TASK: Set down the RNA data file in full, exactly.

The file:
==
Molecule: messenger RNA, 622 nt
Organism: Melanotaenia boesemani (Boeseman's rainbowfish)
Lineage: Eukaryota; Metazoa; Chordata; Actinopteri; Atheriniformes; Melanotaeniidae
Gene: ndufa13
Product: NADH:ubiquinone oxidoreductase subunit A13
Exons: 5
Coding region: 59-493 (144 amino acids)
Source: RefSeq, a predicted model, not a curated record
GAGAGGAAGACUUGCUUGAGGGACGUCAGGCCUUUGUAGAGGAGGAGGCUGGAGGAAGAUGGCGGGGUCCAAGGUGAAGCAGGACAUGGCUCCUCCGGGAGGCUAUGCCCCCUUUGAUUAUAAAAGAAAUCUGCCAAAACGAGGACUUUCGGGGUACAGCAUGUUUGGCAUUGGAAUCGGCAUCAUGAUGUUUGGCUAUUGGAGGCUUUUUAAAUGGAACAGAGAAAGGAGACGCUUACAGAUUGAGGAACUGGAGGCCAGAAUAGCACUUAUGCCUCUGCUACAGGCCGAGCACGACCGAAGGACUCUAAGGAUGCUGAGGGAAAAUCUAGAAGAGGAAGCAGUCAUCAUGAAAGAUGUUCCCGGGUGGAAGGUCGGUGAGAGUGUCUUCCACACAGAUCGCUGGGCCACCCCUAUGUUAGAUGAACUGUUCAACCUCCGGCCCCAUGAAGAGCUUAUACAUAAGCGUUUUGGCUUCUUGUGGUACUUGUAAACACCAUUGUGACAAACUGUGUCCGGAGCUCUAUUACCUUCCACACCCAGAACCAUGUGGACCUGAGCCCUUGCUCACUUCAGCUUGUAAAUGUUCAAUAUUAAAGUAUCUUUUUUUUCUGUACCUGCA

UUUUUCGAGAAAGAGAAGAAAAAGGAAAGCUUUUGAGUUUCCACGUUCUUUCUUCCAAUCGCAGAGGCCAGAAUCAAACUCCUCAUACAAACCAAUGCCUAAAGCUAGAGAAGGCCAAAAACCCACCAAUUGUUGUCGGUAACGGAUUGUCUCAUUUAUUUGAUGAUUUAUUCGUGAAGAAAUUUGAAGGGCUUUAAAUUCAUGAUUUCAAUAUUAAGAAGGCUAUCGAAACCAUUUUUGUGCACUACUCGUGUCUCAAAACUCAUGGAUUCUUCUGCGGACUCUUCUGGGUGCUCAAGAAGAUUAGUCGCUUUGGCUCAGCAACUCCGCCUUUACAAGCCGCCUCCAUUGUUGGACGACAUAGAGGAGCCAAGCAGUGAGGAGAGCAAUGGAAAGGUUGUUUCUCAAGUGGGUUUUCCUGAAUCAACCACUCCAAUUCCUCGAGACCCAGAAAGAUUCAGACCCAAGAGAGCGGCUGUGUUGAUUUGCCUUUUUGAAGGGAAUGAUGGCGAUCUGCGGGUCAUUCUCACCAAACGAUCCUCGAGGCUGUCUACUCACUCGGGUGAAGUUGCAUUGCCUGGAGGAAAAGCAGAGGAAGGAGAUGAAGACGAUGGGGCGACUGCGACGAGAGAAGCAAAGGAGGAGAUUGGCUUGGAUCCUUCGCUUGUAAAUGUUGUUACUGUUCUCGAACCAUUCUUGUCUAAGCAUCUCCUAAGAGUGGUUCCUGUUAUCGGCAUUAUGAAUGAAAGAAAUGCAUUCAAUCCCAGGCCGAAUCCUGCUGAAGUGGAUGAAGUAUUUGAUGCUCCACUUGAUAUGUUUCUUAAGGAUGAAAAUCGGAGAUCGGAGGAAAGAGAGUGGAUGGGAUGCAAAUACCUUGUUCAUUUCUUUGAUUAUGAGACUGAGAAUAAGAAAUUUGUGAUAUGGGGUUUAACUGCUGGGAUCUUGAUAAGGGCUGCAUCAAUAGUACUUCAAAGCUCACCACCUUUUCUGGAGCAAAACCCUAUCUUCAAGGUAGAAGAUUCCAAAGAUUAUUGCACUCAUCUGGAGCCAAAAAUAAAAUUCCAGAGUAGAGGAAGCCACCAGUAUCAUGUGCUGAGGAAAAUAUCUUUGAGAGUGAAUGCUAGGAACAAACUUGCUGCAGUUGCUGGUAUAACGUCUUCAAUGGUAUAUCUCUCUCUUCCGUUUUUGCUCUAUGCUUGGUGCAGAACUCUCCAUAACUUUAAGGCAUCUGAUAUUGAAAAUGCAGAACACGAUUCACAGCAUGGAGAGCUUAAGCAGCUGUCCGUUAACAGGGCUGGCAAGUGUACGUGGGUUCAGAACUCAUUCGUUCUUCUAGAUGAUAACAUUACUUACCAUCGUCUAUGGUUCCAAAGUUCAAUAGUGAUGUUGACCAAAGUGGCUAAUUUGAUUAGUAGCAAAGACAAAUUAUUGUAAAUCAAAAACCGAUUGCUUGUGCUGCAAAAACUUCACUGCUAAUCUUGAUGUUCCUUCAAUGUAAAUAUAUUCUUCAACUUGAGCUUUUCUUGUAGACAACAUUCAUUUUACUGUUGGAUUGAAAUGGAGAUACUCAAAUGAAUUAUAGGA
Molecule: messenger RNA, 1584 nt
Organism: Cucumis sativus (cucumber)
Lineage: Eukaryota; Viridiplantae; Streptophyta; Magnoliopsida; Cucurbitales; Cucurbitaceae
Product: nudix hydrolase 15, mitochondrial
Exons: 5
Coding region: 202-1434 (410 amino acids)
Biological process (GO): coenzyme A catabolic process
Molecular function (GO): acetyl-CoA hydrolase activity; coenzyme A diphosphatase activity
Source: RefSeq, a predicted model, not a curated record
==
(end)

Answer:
Molecule: messenger RNA, 622 nt
Organism: Melanotaenia boesemani (Boeseman's rainbowfish)
Lineage: Eukaryota; Metazoa; Chordata; Actinopteri; Atheriniformes; Melanotaeniidae
Gene: ndufa13
Product: NADH:ubiquinone oxidoreductase subunit A13
Exons: 5
Coding region: 59-493 (144 amino acids)
Source: RefSeq, a predicted model, not a curated record
GAGAGGAAGACUUGCUUGAGGGACGUCAGGCCUUUGUAGAGGAGGAGGCUGGAGGAAGAUGGCGGGGUCCAAGGUGAAGCAGGACAUGGCUCCUCCGGGAGGCUAUGCCCCCUUUGAUUAUAAAAGAAAUCUGCCAAAACGAGGACUUUCGGGGUACAGCAUGUUUGGCAUUGGAAUCGGCAUCAUGAUGUUUGGCUAUUGGAGGCUUUUUAAAUGGAACAGAGAAAGGAGACGCUUACAGAUUGAGGAACUGGAGGCCAGAAUAGCACUUAUGCCUCUGCUACAGGCCGAGCACGACCGAAGGACUCUAAGGAUGCUGAGGGAAAAUCUAGAAGAGGAAGCAGUCAUCAUGAAAGAUGUUCCCGGGUGGAAGGUCGGUGAGAGUGUCUUCCACACAGAUCGCUGGGCCACCCCUAUGUUAGAUGAACUGUUCAACCUCCGGCCCCAUGAAGAGCUUAUACAUAAGCGUUUUGGCUUCUUGUGGUACUUGUAAACACCAUUGUGACAAACUGUGUCCGGAGCUCUAUUACCUUCCACACCCAGAACCAUGUGGACCUGAGCCCUUGCUCACUUCAGCUUGUAAAUGUUCAAUAUUAAAGUAUCUUUUUUUUCUGUACCUGCA

UUUUUCGAGAAAGAGAAGAAAAAGGAAAGCUUUUGAGUUUCCACGUUCUUUCUUCCAAUCGCAGAGGCCAGAAUCAAACUCCUCAUACAAACCAAUGCCUAAAGCUAGAGAAGGCCAAAAACCCACCAAUUGUUGUCGGUAACGGAUUGUCUCAUUUAUUUGAUGAUUUAUUCGUGAAGAAAUUUGAAGGGCUUUAAAUUCAUGAUUUCAAUAUUAAGAAGGCUAUCGAAACCAUUUUUGUGCACUACUCGUGUCUCAAAACUCAUGGAUUCUUCUGCGGACUCUUCUGGGUGCUCAAGAAGAUUAGUCGCUUUGGCUCAGCAACUCCGCCUUUACAAGCCGCCUCCAUUGUUGGACGACAUAGAGGAGCCAAGCAGUGAGGAGAGCAAUGGAAAGGUUGUUUCUCAAGUGGGUUUUCCUGAAUCAACCACUCCAAUUCCUCGAGACCCAGAAAGAUUCAGACCCAAGAGAGCGGCUGUGUUGAUUUGCCUUUUUGAAGGGAAUGAUGGCGAUCUGCGGGUCAUUCUCACCAAACGAUCCUCGAGGCUGUCUACUCACUCGGGUGAAGUUGCAUUGCCUGGAGGAAAAGCAGAGGAAGGAGAUGAAGACGAUGGGGCGACUGCGACGAGAGAAGCAAAGGAGGAGAUUGGCUUGGAUCCUUCGCUUGUAAAUGUUGUUACUGUUCUCGAACCAUUCUUGUCUAAGCAUCUCCUAAGAGUGGUUCCUGUUAUCGGCAUUAUGAAUGAAAGAAAUGCAUUCAAUCCCAGGCCGAAUCCUGCUGAAGUGGAUGAAGUAUUUGAUGCUCCACUUGAUAUGUUUCUUAAGGAUGAAAAUCGGAGAUCGGAGGAAAGAGAGUGGAUGGGAUGCAAAUACCUUGUUCAUUUCUUUGAUUAUGAGACUGAGAAUAAGAAAUUUGUGAUAUGGGGUUUAACUGCUGGGAUCUUGAUAAGGGCUGCAUCAAUAGUACUUCAAAGCUCACCACCUUUUCUGGAGCAAAACCCUAUCUUCAAGGUAGAAGAUUCCAAAGAUUAUUGCACUCAUCUGGAGCCAAAAAUAAAAUUCCAGAGUAGAGGAAGCCACCAGUAUCAUGUGCUGAGGAAAAUAUCUUUGAGAGUGAAUGCUAGGAACAAACUUGCUGCAGUUGCUGGUAUAACGUCUUCAAUGGUAUAUCUCUCUCUUCCGUUUUUGCUCUAUGCUUGGUGCAGAACUCUCCAUAACUUUAAGGCAUCUGAUAUUGAAAAUGCAGAACACGAUUCACAGCAUGGAGAGCUUAAGCAGCUGUCCGUUAACAGGGCUGGCAAGUGUACGUGGGUUCAGAACUCAUUCGUUCUUCUAGAUGAUAACAUUACUUACCAUCGUCUAUGGUUCCAAAGUUCAAUAGUGAUGUUGACCAAAGUGGCUAAUUUGAUUAGUAGCAAAGACAAAUUAUUGUAAAUCAAAAACCGAUUGCUUGUGCUGCAAAAACUUCACUGCUAAUCUUGAUGUUCCUUCAAUGUAAAUAUAUUCUUCAACUUGAGCUUUUCUUGUAGACAACAUUCAUUUUACUGUUGGAUUGAAAUGGAGAUACUCAAAUGAAUUAUAGGA
Molecule: messenger RNA, 1584 nt
Organism: Cucumis sativus (cucumber)
Lineage: Eukaryota; Viridiplantae; Streptophyta; Magnoliopsida; Cucurbitales; Cucurbitaceae
Product: nudix hydrolase 15, mitochondrial
Exons: 5
Coding region: 202-1434 (410 amino acids)
Biological process (GO): coenzyme A catabolic process
Molecular function (GO): acetyl-CoA hydrolase activity; coenzyme A diphosphatase activity
Source: RefSeq, a predicted model, not a curated record